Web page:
Will the US Open throw more surprises this year?
The build up to the US Open, which begins on Monday, has been all about Novak Djokovic and his quest for the calendar Grand Slam. The World No. 1 is bidding to become the first man since Rod Laver in 1969 to win all four majors in a year. With Roger Federer and Rafael Nadal not competing at this year’s US Open, Djokovic will have to contend with the Next Gen stars like Daniil Medvedev, Stefanos Tsitsipas and Alexander Zverev -- and achieve the incredible feat.
Even though, on paper, it is Djokovic’s title to lose, if the youngsters are going to make a breakthrough it might well be at the US Open. The hard-court major in New York, with irreverence and music echoing in the stands, is as close to anarchy as men’s tennis has come in this era of Big 3 dominance.
While Nadal has owned the French Open (13 titles), Djokovic has dominated Australian Open (9 titles) and Federer has held Wimbledon spell-bound (8 titles), the US Open has thrown up a few surprises along the way. Since 2000, Federer, who went on an incredible run of five titles (2004-2008) has been the only player to defend the men’s title at the US Open.
In the last 15 years, Andy Murray, Stan Wawrinka, Marin Cilic, Juan Martin Del Potro and Dominic Thiem have all been able to sneak past the Big 3 stranglehold and win a title at the US Open. Apart from Wawrinka, the others were all first-time major winners. If you compare this to the other Slams, outside the Big 3, Wawrinka is the only player to win the French Open (2015) and Australian Open (2014) while Murray (2013, 2016) is the only one to claim the Wimbledon title.
“Federer (5 titles), Nadal (4 titles) and Djokovic (3 titles) have still been the more dominant players at US Open,” Indian doubles star Rohan Bopanna told Olympics.com.
“But having said that the US Open is the one major where more players have made the breakthrough. One of the reasons could be the timing; we are already more than halfway through the season by the time US Open comes around. It is the one Slam where you will see most players withdraw due to injury.”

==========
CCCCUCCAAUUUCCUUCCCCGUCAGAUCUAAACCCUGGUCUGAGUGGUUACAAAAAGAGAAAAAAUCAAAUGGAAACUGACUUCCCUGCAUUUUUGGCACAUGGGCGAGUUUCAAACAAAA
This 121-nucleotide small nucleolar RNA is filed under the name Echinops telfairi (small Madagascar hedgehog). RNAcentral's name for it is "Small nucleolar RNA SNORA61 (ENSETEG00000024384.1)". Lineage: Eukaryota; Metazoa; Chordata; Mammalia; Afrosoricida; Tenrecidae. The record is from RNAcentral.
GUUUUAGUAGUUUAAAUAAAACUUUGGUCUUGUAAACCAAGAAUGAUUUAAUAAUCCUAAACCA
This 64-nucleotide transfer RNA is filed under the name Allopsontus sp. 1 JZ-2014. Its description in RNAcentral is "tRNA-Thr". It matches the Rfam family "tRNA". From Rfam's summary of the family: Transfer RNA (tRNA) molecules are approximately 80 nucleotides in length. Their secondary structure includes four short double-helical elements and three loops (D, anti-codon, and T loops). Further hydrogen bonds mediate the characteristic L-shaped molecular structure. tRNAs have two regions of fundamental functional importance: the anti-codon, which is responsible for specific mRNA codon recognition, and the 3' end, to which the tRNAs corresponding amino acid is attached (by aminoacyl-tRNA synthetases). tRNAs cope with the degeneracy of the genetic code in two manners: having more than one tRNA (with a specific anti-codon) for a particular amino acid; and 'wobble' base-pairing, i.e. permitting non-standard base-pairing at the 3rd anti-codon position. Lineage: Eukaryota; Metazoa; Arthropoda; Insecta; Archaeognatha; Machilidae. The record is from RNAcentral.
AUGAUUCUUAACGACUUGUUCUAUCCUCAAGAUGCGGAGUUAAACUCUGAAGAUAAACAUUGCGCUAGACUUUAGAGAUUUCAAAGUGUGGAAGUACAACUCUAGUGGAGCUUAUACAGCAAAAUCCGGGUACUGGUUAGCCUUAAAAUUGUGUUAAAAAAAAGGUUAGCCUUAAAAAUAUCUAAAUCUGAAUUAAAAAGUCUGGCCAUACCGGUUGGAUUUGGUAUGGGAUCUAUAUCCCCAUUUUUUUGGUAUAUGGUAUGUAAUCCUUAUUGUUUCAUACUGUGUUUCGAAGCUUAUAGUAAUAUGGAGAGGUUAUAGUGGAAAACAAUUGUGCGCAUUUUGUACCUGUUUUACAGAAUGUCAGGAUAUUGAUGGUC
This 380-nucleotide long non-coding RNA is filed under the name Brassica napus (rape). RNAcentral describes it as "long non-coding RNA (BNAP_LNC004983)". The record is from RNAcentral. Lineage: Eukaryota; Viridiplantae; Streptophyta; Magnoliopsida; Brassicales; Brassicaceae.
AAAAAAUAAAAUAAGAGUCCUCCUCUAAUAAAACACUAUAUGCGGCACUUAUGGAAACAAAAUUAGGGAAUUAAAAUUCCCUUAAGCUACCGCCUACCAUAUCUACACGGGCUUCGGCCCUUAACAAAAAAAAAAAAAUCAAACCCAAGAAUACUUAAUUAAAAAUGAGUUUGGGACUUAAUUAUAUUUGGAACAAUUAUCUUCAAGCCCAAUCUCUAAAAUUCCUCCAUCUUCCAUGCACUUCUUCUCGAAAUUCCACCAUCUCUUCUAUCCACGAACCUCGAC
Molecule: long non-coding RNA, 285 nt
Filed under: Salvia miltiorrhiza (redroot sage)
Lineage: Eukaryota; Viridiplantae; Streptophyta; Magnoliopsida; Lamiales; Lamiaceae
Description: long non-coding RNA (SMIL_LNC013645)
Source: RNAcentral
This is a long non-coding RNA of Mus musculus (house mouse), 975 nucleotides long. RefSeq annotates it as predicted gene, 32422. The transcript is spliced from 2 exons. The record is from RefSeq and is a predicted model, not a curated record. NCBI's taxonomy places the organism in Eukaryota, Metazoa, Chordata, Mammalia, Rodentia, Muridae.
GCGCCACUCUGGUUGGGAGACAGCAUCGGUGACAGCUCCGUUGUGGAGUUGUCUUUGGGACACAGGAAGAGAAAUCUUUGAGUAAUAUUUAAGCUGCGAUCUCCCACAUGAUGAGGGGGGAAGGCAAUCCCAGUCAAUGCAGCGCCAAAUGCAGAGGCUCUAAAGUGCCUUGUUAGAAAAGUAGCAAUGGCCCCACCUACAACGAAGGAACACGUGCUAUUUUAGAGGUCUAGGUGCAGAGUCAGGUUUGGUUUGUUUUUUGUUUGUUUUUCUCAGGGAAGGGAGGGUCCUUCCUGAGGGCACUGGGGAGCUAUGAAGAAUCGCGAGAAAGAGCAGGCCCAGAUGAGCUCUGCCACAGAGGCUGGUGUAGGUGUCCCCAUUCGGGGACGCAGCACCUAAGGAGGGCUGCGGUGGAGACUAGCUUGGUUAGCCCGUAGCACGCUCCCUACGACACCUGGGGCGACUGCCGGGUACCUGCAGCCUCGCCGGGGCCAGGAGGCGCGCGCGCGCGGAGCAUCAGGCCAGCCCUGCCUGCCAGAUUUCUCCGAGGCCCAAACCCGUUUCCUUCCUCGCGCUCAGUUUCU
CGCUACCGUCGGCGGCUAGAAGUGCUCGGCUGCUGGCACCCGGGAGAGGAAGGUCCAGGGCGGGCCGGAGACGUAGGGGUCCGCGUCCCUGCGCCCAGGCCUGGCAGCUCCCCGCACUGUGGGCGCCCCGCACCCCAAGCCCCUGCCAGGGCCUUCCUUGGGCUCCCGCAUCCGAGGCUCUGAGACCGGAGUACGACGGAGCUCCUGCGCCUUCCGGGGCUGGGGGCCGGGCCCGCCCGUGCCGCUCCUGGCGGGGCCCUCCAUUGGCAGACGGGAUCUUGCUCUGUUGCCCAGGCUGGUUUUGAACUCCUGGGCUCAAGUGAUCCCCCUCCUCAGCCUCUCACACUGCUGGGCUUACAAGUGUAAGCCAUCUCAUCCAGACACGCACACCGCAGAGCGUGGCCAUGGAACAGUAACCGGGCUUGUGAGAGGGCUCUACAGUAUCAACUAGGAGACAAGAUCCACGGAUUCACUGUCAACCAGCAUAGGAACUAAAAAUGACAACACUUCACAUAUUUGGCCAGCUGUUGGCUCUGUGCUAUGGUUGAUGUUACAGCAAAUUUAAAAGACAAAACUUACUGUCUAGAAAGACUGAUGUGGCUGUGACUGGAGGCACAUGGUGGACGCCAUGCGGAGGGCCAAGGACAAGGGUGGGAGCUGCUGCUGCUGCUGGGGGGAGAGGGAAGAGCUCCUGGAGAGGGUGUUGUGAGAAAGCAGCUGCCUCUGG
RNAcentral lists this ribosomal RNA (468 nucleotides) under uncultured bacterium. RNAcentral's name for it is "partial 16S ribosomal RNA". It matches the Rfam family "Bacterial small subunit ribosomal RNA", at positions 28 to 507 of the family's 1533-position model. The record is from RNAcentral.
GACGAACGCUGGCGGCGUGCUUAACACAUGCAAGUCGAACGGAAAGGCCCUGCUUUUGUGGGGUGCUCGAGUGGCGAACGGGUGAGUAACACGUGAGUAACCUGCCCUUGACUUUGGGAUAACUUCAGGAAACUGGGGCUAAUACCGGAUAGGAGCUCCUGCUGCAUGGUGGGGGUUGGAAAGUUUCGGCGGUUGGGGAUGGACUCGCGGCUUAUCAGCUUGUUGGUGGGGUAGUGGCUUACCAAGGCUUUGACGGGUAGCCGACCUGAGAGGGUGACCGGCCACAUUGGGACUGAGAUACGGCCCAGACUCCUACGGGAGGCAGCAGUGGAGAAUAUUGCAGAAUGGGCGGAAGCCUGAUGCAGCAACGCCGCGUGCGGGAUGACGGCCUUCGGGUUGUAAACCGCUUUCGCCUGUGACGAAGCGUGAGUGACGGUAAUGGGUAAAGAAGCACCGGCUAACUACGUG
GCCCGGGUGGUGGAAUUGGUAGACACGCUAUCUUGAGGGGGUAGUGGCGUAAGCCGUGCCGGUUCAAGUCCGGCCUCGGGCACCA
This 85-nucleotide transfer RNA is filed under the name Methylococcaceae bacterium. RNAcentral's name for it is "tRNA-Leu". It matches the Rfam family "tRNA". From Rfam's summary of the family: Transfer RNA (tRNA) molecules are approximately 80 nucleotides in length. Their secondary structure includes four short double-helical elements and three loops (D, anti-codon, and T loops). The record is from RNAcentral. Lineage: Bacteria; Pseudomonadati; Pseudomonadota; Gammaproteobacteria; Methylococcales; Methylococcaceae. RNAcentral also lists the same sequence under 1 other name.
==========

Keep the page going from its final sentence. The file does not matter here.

The US Open, which begins on the last Monday of August, is the last leg of a hectic Grand Slam season. As such, only the French Open and the US Open have a lengthy build-up, which means there are a number of warm-up events to acclimatise to the court conditions.
“But hard courts take a greater toll on the body, so by the time you are at the US Open there is considerable wear and tear,” adds Bopanna, who reached the finals of men’s doubles, with Pakistan’s Aisam-ul-Haq Qureshi, in 2010.
The 2020 US Open final between Thiem and Zverev was the first not featuring either Federer, Nadal or Djokovic since the 2016 Wimbledon final (when Murray beat Milos Raonic). The way to that unlikely final was paved through the unfortunate incident involving Djokovic, which led to his shocking elimination. The Serb accidentally hit a ball straight at a lines umpire's throat and was disqualified from the major.
According to former India Davis Cup player Vishaal Uppal even the faster hard courts at the US Open seem to have played a part in throwing up surprise winners.
“For some time now, US Open has been the fastest of all the Slams,” says Uppal, who was also the captain of India’s history-making Billie Jean King Cup team.
“Even faster than Wimbledon. Which is why we have seen people like Juan Martin Del Potro and Marin Cilic win. It gives a chance to taller, more powerful players. The beauty of tennis was that every surface would once require a different skill-set. But since courts all over the world have slowed down now, it is hard to make that distinction. The US Open is possibly the only major where the big hitters have a chance now.”
It remains to be seen if any of the big hitters will power through to the title or if the sport’s ultimate counter-puncher will storm to history at the 2021 US Open.
People other than Big 3 to have won the US Open: Juan Martin Del Potro (2009), Andy Murray (2012), Marin Cilic (2014), Stan Wawrinka (2016), Dominic Thiem (2020)
Last champion to defend title (men's): 2008 Roger Federer
Last champion to defend title (women's): 2014 Serena Williams
Open era record (men's) for most titles: 5 (Jimmy Connors, Pete Sampras, Roger Federer)
Open era record (women's) for most titles: 6 (Serena Williams, Chris Evert)